, Land Line state legislative editor | Friday, December 20, 2013
A bill halfway through the New Jersey statehouse would require all police cars in the state to eventually be equipped with dashboard cameras.
Currently, all New Jersey State Police vehicles come equipped with dash cams. However, municipal police vehicles do not.
The Assembly voted 48-26 on Thursday, Dec. 19, to advance a bill that would require all new or used municipal police vehicles that are primarily used for traffic stops to be equipped with cameras. A4193 now awaits consideration in the Senate.
Assemblyman Paul Moriarty, D-Gloucester/Camden, introduced the bill following his arrest a year ago for drunken driving and other charges. All charges were later dropped after law enforcement reviewed dashboard camera video from the officer’s car.
According to published reports, officer Joseph DiBuonaventura faces 14 criminal charges related to falsifying information about the July 2012 traffic stop. He was suspended without pay from the Washington Township Police Department.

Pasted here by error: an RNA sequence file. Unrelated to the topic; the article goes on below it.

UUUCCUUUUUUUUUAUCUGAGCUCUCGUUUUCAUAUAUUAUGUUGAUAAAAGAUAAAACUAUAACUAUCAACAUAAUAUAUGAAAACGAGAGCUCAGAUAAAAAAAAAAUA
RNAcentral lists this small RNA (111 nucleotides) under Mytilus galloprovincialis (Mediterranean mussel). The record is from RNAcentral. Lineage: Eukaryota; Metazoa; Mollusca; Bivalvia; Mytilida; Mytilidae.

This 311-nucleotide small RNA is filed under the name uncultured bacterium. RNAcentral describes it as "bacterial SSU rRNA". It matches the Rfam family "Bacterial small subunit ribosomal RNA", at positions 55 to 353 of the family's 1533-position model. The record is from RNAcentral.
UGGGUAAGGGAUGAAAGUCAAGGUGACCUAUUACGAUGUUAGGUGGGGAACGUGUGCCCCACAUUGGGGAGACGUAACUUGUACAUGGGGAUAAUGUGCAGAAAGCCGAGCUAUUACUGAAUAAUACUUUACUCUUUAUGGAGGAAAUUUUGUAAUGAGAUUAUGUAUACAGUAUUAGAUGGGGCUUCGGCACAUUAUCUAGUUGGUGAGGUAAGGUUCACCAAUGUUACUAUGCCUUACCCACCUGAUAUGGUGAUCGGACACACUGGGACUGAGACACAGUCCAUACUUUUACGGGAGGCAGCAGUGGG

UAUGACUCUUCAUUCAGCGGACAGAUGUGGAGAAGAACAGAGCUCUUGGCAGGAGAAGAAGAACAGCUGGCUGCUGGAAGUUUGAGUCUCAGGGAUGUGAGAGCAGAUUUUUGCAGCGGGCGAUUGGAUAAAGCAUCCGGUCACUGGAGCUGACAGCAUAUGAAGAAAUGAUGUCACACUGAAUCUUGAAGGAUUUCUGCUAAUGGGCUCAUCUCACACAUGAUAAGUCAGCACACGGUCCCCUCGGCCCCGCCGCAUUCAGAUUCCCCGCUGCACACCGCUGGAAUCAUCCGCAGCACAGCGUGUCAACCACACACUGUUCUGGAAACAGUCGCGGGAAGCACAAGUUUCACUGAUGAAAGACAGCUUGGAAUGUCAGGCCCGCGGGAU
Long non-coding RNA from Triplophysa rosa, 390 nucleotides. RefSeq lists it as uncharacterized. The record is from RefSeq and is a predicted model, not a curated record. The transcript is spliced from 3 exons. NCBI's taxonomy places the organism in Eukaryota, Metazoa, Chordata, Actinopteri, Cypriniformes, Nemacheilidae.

Moriarty said he’s grateful that a camera provided a visual record of his traffic stop.
“Without that dashboard camera, who knows how my case would have proceeded, and that’s a scary thought,” Moriarty said in prepared remarks. “... I now want to make sure everyone in New Jersey eventually gets that same benefit and ability to protect their rights.”
Assemblywoman Pamela Lampitt, D-Camden/Burlington, said it is the right thing to do for everyone.
“It protects motorists, but it also would protect police officers from false claims of harassment and abuse. That’s just as important. In the end, everybody wins,” Lampitt stated.
A dash cam benefited an officer in a similar incident with a state lawmaker. Assemblyman Nelson Albano filed complaints against Trooper Randy Pangborn following a February 2012 traffic stop for driving 71 mph in a 55 mph zone.
Albano wrote in the complaint that he was “humiliated, embarrassed and disrespected as a legislator” by Pangborn.
The Joint Legislative Committee on Ethical Standards ruled this week that Pangborn “did nothing wrong professionally.” The panel fined Albano $500 for violating the public trust.
Albano, D-Cape May, lost his bid to keep his seat during last month’s election.
To foot the bill for adding cameras, drunken driving fines would include a $25 surcharge.
Time is running out for the bill to advance to the governor’s desk. The regular session wraps up on Jan. 13, 2014.
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